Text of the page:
I went to get my oil changed at a Valvoline the other day, and had an interesting experience. Pulling into the bay, I was greeted by a young woman who completed the intake on my vehicle. It’s unusual to see a woman in that role, and I wondered how she came to apply for the job.
The woman seemed a little nervous, but enthusiastic, as she filled out the computer form for my vehicle. “Is it a four-wheel drive or rear-wheel drive?”
“I don’t know,” I said.
She called to a male coworker, and he peered under my SUV. “Rear-wheel,” he told her, and started to walk away.
“How do you know?” she asked timidly. He turned back. “I’ll show you.” They bent down together so he could explain.
A few moments later, I saw a different woman working on the car next to mine. More unusual still. Her long blond hair was in a stylish ponytail, her uniform smooth and spotless. She handled her task with complete comfort and authority.
Two thoughts struck me about the experience, and although I wish it had happened on a remodeling job site, the concepts I’m discussing transfer across all industries.
First was the exchange between the young woman and her coworker. Historically, our culture encourages boys to learn about anything mechanical much more so than girls. It’s more likely that a male employee, even a new one, would have known how to look under a car to learn whether it’s a 4WD. The woman who helped me had to bypass a myriad of lifelong cultural messaging to even decide to go for the job. She then had to travel outside of her comfort zone to ask for the training she needed. After he was asked, the man who answered her question was friendly and helpful, but I’m not sure that even that’s enough in this environment.
The labor shortage affects every single trade. It’s impeding growth across multiple industries. In this market, all employees are valuable, but women are especially so because every woman working with a tool in her hand represents a real-life possibility for any other woman who sees her. It may be a job that women never considered until she saw someone else doing it.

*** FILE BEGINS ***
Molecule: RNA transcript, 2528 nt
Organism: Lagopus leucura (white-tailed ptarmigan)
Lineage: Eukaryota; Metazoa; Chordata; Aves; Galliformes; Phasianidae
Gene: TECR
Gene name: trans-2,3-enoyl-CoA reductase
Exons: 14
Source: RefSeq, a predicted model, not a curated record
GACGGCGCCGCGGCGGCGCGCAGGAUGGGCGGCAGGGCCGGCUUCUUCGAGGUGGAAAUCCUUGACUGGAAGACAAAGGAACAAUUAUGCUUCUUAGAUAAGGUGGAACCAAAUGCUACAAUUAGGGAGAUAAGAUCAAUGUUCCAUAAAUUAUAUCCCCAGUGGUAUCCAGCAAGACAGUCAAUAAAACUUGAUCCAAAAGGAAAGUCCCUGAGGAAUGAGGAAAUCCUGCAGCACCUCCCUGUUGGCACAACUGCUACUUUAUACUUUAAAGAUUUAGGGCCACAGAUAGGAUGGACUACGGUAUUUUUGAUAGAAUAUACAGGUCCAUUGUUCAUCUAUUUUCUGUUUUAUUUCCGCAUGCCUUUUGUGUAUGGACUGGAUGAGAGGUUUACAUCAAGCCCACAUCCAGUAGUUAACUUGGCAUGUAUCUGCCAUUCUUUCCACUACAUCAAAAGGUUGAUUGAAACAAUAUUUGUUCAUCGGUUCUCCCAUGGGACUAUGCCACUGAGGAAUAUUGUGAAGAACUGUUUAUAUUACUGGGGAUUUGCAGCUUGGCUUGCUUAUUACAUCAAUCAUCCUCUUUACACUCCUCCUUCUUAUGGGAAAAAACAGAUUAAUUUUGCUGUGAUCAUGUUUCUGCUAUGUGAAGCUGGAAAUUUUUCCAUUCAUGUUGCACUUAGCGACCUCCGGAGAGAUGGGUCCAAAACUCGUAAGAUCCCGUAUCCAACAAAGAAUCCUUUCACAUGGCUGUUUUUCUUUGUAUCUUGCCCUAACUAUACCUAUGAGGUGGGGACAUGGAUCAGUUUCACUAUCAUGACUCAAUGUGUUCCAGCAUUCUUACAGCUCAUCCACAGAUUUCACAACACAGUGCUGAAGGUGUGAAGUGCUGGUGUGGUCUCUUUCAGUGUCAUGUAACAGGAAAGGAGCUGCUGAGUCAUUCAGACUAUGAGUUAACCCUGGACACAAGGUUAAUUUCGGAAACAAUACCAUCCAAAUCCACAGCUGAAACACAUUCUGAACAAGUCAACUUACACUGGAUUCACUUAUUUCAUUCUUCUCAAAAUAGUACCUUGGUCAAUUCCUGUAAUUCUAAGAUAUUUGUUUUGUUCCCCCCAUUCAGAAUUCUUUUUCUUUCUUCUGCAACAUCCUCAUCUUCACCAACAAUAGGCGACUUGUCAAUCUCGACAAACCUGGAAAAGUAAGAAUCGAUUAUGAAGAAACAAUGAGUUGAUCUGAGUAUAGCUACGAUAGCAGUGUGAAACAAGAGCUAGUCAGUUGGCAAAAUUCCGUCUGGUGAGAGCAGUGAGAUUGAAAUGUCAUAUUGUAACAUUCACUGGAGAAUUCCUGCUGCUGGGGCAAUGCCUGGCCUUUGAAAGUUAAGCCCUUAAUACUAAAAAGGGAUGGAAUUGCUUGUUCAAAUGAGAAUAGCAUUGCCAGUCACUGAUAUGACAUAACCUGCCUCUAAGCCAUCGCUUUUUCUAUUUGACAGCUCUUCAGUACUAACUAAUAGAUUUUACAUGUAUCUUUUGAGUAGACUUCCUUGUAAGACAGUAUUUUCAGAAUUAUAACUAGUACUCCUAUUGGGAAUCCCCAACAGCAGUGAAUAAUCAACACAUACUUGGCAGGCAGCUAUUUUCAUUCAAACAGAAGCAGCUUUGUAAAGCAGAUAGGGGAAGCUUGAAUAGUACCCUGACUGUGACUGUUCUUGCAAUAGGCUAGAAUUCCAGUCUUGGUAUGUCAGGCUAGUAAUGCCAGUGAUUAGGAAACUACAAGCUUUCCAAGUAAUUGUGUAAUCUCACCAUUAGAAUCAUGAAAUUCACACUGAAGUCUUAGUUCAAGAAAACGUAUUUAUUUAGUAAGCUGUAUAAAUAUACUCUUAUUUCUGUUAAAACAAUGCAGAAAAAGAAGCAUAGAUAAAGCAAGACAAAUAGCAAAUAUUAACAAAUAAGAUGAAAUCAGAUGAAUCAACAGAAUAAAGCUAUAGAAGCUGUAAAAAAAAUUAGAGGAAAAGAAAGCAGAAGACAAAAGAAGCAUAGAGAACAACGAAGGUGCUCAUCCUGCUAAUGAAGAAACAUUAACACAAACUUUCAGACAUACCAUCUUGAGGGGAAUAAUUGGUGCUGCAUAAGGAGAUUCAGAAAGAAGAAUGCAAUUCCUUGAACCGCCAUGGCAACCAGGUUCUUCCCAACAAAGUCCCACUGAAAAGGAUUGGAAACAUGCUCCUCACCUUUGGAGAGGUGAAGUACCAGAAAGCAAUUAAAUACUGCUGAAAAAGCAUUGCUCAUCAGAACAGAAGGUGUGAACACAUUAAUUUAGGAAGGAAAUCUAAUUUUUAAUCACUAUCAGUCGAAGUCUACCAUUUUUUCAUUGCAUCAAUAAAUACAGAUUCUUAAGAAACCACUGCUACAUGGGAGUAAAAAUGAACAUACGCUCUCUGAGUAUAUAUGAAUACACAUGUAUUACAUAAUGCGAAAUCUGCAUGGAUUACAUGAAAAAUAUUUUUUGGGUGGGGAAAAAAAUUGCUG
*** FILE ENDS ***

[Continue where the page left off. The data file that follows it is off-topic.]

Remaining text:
Every woman with a tool in her hand represents a real-life possibility
Until we live in a world where meeting women in the trades is a normal thing, it’s incumbent on the men who are already there to go the extra mile to mentor, train, and encourage any newcomer. The woman’s coworker did absolutely nothing wrong, but “nothing wrong” won’t solve the problem. And neither will a mindset of “it’s not his job to go out of his way to train her.”
My second observation is about the woman I saw working on the other car. I have no idea why that particular Valvoline Oil franchise has two women employees, when the vast majority of them have none. But I do know this: The woman appeared confident, and professional. She looked like someone the other woman, an obvious newcomer, might have seen and said to herself, “Hey, I never thought of doing that.”
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